Money in Stewart & Tudor Times

Chapter 2 : Coins in England

Early multiples of coins in England were the groat (4d) and half groat (2d.), then, under Henry VII, the first shillings, or “testoons” were created in 1502.The leap from 4d as the largest coin to 12d value was probably too great, and the coins were not that popular, and were not reissued until 1544, when Henry VIII reissued them at a considerably lower quantity of silver.

At certain periods, half-pennies or farthings (quarter of a penny) were actually struck as coins, but this was rare: the smaller denominations were usually made by cutting a full penny into halves and quarters.The last farthing coins were struck in the reign of Edward VI, by which time they were so tiny, they were too difficult to handle.

A good example of fluctuating values is the sovereign, first minted under Henry VII as the gold equivalent of a pound sterling (20 shillings) – obviously easier to carry than a pound of silver! By the 1520s, the Henry VII coins were worth 22 shillings-worth of silver.A new issue of sovereigns was made, with a lower quantity of gold, taking it back to 20s, but by Elizabeth’s reign, the earlier sovereigns were worth 30s.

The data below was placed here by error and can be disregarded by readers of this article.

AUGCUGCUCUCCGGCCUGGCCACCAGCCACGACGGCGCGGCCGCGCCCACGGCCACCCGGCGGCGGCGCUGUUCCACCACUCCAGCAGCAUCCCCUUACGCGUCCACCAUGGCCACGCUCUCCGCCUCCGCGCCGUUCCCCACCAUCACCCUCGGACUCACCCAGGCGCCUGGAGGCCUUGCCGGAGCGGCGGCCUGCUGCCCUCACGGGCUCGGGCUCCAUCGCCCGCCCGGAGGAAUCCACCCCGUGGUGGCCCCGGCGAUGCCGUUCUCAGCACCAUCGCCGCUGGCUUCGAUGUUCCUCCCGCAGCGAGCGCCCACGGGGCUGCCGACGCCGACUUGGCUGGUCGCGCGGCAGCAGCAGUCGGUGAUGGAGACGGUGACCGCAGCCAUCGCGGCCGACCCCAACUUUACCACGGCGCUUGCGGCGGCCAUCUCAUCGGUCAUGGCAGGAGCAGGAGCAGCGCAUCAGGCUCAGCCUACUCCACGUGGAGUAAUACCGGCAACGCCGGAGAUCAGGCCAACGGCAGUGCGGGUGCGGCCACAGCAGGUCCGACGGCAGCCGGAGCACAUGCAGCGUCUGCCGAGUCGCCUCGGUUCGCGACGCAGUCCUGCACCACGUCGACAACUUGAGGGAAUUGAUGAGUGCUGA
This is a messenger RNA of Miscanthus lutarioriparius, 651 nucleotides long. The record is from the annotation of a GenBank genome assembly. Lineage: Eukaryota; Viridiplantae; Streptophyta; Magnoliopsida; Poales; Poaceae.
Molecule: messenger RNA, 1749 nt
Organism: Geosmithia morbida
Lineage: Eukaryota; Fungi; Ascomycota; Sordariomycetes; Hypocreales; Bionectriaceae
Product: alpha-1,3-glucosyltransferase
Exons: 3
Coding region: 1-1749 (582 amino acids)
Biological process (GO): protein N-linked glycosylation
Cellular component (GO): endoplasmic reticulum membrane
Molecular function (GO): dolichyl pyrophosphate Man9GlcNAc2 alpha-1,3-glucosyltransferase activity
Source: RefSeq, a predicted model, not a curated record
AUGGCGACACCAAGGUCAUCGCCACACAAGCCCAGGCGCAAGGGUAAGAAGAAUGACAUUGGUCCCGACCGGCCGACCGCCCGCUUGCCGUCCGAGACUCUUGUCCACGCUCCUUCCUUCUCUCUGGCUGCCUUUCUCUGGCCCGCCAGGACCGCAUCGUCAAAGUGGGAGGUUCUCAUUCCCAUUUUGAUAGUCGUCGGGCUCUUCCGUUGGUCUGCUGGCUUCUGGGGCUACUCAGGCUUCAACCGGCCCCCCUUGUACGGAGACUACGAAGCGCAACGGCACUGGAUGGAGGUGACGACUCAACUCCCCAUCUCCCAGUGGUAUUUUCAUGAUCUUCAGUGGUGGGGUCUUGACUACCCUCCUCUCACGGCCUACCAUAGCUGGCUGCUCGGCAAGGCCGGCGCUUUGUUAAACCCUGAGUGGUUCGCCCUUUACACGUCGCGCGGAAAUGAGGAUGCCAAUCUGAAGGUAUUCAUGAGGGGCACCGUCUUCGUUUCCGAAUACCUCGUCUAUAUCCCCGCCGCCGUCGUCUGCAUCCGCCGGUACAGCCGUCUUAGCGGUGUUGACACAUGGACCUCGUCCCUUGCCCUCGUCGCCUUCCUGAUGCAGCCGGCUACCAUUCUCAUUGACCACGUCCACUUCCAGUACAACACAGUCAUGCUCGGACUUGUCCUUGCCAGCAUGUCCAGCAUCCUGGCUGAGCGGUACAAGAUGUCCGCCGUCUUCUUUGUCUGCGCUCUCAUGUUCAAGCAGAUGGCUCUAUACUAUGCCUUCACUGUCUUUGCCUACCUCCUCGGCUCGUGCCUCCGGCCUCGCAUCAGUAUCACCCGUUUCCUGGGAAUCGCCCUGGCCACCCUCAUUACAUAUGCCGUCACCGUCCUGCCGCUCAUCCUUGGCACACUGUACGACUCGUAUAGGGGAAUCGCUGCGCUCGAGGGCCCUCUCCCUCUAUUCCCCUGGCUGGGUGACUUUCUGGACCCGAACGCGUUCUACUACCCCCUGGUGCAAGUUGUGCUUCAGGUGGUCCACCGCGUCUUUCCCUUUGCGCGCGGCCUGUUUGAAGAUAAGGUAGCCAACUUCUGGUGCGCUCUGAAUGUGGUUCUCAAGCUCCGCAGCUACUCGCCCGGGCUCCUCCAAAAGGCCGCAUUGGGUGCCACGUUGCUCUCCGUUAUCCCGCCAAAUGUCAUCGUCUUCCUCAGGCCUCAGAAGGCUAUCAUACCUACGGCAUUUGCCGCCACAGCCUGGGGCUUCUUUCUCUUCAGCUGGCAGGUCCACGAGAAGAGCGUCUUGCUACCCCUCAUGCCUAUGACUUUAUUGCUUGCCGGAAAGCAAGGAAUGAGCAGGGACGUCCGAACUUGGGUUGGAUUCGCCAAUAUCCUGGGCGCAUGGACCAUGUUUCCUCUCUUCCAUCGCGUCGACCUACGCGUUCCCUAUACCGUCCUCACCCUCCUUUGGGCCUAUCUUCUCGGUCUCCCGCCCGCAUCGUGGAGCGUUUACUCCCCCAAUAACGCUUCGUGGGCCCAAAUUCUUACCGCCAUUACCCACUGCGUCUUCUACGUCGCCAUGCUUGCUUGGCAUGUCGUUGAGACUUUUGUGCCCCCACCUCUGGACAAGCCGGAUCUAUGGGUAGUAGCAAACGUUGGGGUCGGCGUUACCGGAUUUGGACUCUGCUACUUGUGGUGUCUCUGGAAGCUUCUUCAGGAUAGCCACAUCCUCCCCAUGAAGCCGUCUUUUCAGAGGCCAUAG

The 6d or sixpence first appeared in the reign of Edward VI, was re-struck for Philip and Mary in 1554, and then became commonplace under Elizabeth I, replacing the 4d groat in everyday usage.

Shilling coin of Philip and Mary, 1555

During the period 1561 and 1582 when the Elizabethan government was undertaking strenuous efforts to get inflation under control (yes, the economic woes of our time are not new), the three-farthing coin was struck, along with the three ha’-penny and the 3d (thrupenny bit).

The half-mark, or angel was minted under Edward IV, together with half- and quarter-angels.The latter were replaced by Henry VIII in 1544 by gold coins of 2s worth of silver.Inflation continued to take its toll, and the quarter angel rose in value (as the price of gold increased) to be worth 2s. 6d by Elizabeth’s time.They were replaced by the silver half-crown in 1600.This gave a value of 10s to the full angel.

Half – angels worth 4s were issued by Henry VIII in 1544 – 1547 but were later revalued as 5s and continued at that value through the reigns of Edward VI, Mary I and Elizabeth I.5s. pieces, known as crowns were also available in silver. The half-crowns, worth 2s. 6dfirst appeared under Henry VIII, struck in gold, then under Edward VI, in silver.The last gold half-crowns in England were minted by James VI & I.

Rose-nobles or ryals were issued for a short period by Henry VII, valued at 10s, then under Mary I at a value of 15s.